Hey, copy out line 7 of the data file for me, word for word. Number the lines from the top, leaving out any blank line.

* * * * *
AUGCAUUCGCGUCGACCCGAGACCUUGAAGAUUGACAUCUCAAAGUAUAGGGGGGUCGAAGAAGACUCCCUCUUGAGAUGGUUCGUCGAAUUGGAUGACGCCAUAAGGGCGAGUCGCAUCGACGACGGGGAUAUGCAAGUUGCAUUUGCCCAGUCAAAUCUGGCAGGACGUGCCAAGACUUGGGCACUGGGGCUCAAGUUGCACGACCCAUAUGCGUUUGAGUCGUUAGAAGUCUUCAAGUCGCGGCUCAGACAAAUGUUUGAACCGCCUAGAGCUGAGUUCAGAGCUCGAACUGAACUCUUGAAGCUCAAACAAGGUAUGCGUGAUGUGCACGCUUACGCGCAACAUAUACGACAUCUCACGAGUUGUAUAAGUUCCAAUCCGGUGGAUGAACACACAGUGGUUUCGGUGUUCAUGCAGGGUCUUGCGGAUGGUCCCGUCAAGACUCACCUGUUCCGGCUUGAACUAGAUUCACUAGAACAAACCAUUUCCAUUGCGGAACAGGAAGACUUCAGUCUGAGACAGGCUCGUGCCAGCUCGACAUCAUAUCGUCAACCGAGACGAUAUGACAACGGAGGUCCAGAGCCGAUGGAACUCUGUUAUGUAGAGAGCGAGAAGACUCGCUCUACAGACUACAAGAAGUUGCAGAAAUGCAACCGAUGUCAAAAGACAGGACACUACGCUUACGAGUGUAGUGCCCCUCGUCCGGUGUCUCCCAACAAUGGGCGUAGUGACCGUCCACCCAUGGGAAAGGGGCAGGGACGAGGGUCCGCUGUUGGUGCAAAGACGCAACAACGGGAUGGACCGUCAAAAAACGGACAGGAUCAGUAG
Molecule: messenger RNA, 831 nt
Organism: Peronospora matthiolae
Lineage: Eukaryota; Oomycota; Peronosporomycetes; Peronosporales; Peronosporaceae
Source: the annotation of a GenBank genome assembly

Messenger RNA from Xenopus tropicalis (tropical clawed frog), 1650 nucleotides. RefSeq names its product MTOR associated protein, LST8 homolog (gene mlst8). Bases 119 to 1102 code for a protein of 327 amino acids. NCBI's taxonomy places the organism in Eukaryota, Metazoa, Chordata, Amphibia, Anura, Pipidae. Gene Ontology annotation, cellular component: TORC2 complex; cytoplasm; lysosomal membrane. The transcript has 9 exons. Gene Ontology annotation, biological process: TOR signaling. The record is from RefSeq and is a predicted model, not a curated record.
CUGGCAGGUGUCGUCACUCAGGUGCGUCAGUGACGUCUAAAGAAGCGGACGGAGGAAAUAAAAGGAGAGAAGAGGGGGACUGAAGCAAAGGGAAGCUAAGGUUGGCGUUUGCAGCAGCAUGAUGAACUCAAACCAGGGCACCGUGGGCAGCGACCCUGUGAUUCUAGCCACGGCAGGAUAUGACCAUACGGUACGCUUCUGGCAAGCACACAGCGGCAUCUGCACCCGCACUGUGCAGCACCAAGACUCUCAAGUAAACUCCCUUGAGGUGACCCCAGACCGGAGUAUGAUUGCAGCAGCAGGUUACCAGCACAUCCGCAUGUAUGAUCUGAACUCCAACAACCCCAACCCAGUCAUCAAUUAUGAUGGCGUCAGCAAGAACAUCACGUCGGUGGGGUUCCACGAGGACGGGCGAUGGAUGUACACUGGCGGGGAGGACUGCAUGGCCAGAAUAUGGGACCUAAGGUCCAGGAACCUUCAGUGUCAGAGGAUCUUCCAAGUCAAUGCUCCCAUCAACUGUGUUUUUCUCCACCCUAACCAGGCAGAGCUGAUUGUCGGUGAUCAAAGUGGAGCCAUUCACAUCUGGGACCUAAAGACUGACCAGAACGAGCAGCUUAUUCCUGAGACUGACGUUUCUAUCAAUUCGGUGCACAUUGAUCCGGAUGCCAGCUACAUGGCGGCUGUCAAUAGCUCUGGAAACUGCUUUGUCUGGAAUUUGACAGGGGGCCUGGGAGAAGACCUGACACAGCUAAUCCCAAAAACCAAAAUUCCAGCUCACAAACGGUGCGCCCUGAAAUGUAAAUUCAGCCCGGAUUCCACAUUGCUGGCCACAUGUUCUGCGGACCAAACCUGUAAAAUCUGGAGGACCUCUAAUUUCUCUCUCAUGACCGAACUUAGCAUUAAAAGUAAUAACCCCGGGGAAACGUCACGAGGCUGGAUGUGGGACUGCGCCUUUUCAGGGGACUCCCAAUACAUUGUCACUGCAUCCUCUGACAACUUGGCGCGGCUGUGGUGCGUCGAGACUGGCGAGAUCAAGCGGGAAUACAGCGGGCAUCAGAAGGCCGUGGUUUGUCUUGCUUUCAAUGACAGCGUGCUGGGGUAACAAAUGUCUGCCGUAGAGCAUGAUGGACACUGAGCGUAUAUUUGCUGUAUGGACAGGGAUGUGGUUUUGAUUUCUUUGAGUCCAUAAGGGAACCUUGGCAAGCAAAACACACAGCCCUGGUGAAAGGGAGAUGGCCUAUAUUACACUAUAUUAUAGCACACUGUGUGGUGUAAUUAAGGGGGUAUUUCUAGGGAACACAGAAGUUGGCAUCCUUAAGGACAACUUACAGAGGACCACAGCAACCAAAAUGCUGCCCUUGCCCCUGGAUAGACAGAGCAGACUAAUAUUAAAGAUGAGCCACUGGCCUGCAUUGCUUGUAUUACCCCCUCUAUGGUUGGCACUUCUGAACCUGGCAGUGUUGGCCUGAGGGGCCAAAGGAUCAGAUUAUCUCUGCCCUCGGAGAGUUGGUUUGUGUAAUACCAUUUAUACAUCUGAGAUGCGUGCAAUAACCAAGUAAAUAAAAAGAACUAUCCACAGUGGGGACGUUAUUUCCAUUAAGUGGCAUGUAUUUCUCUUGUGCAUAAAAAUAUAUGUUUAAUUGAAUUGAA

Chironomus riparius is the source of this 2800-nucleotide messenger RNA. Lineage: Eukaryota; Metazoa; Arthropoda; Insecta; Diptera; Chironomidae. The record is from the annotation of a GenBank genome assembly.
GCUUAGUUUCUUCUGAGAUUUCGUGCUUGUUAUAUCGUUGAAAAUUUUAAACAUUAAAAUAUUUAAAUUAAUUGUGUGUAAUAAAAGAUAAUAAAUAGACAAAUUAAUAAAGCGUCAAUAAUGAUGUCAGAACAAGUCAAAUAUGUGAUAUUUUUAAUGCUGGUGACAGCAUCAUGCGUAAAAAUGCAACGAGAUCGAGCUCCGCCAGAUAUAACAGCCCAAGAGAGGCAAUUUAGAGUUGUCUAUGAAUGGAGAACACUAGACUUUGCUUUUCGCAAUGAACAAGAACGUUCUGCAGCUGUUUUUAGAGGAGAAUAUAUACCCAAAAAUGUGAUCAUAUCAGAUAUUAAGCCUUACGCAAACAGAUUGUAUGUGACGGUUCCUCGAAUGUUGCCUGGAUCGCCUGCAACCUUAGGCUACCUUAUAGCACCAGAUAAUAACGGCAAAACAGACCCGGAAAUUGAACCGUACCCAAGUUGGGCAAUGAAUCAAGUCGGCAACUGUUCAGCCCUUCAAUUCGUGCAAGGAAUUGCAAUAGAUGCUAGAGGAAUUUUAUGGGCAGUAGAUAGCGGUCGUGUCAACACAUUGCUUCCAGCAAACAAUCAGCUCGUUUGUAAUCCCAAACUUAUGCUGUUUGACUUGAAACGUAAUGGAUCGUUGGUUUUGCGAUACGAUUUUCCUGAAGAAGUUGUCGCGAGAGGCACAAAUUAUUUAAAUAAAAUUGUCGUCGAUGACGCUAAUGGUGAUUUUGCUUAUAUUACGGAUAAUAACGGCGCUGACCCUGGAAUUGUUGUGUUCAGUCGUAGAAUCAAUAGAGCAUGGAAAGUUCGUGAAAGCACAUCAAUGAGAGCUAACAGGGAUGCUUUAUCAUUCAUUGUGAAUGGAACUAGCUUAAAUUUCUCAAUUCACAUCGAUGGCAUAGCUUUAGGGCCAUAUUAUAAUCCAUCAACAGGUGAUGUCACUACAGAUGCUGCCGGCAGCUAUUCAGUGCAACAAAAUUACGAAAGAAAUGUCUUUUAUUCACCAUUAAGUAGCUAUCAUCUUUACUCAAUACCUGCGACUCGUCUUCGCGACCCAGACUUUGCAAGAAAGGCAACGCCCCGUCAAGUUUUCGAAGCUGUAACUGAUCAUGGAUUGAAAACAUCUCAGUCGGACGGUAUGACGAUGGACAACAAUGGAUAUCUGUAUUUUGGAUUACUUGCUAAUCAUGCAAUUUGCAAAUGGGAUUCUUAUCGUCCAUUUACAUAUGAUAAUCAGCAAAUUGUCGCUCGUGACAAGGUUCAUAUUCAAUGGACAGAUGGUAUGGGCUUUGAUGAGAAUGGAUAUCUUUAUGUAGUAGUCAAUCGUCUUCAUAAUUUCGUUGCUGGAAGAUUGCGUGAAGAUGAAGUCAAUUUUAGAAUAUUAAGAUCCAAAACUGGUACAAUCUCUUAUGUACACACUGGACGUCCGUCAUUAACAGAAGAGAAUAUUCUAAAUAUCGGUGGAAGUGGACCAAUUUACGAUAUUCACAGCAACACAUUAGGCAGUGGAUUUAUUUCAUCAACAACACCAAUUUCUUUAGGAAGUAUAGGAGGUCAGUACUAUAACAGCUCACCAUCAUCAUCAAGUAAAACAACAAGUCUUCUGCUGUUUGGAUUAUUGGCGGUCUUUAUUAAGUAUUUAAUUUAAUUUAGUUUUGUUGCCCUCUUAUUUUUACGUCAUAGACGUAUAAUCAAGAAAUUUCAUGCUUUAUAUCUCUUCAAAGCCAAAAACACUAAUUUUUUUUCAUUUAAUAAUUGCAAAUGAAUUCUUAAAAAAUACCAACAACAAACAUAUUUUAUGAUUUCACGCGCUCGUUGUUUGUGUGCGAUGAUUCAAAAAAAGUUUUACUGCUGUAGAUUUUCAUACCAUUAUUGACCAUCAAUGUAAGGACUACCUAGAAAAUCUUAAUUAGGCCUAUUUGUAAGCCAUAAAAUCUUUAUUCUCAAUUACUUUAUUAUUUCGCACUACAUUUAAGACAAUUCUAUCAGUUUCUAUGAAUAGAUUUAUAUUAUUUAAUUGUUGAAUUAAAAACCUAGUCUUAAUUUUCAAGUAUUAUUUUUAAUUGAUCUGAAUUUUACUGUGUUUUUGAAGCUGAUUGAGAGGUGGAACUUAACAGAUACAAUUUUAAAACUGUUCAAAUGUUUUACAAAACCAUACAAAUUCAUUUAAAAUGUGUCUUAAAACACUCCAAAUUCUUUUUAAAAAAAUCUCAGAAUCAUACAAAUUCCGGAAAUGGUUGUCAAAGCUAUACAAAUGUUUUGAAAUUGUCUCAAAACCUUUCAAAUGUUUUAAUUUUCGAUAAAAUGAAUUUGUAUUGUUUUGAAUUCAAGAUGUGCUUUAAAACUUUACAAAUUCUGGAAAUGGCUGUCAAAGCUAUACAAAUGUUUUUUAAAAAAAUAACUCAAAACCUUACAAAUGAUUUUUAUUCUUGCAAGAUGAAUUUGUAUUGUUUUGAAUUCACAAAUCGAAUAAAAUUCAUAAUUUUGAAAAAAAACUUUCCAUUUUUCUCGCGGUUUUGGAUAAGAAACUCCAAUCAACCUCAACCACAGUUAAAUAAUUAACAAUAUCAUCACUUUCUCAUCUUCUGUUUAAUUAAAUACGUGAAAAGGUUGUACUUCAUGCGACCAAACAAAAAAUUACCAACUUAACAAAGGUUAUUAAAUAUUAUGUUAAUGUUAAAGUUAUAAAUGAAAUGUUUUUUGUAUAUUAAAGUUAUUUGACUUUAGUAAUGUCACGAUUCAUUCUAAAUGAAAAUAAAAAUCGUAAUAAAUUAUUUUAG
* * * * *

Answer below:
CUGGCAGGUGUCGUCACUCAGGUGCGUCAGUGACGUCUAAAGAAGCGGACGGAGGAAAUAAAAGGAGAGAAGAGGGGGACUGAAGCAAAGGGAAGCUAAGGUUGGCGUUUGCAGCAGCAUGAUGAACUCAAACCAGGGCACCGUGGGCAGCGACCCUGUGAUUCUAGCCACGGCAGGAUAUGACCAUACGGUACGCUUCUGGCAAGCACACAGCGGCAUCUGCACCCGCACUGUGCAGCACCAAGACUCUCAAGUAAACUCCCUUGAGGUGACCCCAGACCGGAGUAUGAUUGCAGCAGCAGGUUACCAGCACAUCCGCAUGUAUGAUCUGAACUCCAACAACCCCAACCCAGUCAUCAAUUAUGAUGGCGUCAGCAAGAACAUCACGUCGGUGGGGUUCCACGAGGACGGGCGAUGGAUGUACACUGGCGGGGAGGACUGCAUGGCCAGAAUAUGGGACCUAAGGUCCAGGAACCUUCAGUGUCAGAGGAUCUUCCAAGUCAAUGCUCCCAUCAACUGUGUUUUUCUCCACCCUAACCAGGCAGAGCUGAUUGUCGGUGAUCAAAGUGGAGCCAUUCACAUCUGGGACCUAAAGACUGACCAGAACGAGCAGCUUAUUCCUGAGACUGACGUUUCUAUCAAUUCGGUGCACAUUGAUCCGGAUGCCAGCUACAUGGCGGCUGUCAAUAGCUCUGGAAACUGCUUUGUCUGGAAUUUGACAGGGGGCCUGGGAGAAGACCUGACACAGCUAAUCCCAAAAACCAAAAUUCCAGCUCACAAACGGUGCGCCCUGAAAUGUAAAUUCAGCCCGGAUUCCACAUUGCUGGCCACAUGUUCUGCGGACCAAACCUGUAAAAUCUGGAGGACCUCUAAUUUCUCUCUCAUGACCGAACUUAGCAUUAAAAGUAAUAACCCCGGGGAAACGUCACGAGGCUGGAUGUGGGACUGCGCCUUUUCAGGGGACUCCCAAUACAUUGUCACUGCAUCCUCUGACAACUUGGCGCGGCUGUGGUGCGUCGAGACUGGCGAGAUCAAGCGGGAAUACAGCGGGCAUCAGAAGGCCGUGGUUUGUCUUGCUUUCAAUGACAGCGUGCUGGGGUAACAAAUGUCUGCCGUAGAGCAUGAUGGACACUGAGCGUAUAUUUGCUGUAUGGACAGGGAUGUGGUUUUGAUUUCUUUGAGUCCAUAAGGGAACCUUGGCAAGCAAAACACACAGCCCUGGUGAAAGGGAGAUGGCCUAUAUUACACUAUAUUAUAGCACACUGUGUGGUGUAAUUAAGGGGGUAUUUCUAGGGAACACAGAAGUUGGCAUCCUUAAGGACAACUUACAGAGGACCACAGCAACCAAAAUGCUGCCCUUGCCCCUGGAUAGACAGAGCAGACUAAUAUUAAAGAUGAGCCACUGGCCUGCAUUGCUUGUAUUACCCCCUCUAUGGUUGGCACUUCUGAACCUGGCAGUGUUGGCCUGAGGGGCCAAAGGAUCAGAUUAUCUCUGCCCUCGGAGAGUUGGUUUGUGUAAUACCAUUUAUACAUCUGAGAUGCGUGCAAUAACCAAGUAAAUAAAAAGAACUAUCCACAGUGGGGACGUUAUUUCCAUUAAGUGGCAUGUAUUUCUCUUGUGCAUAAAAAUAUAUGUUUAAUUGAAUUGAA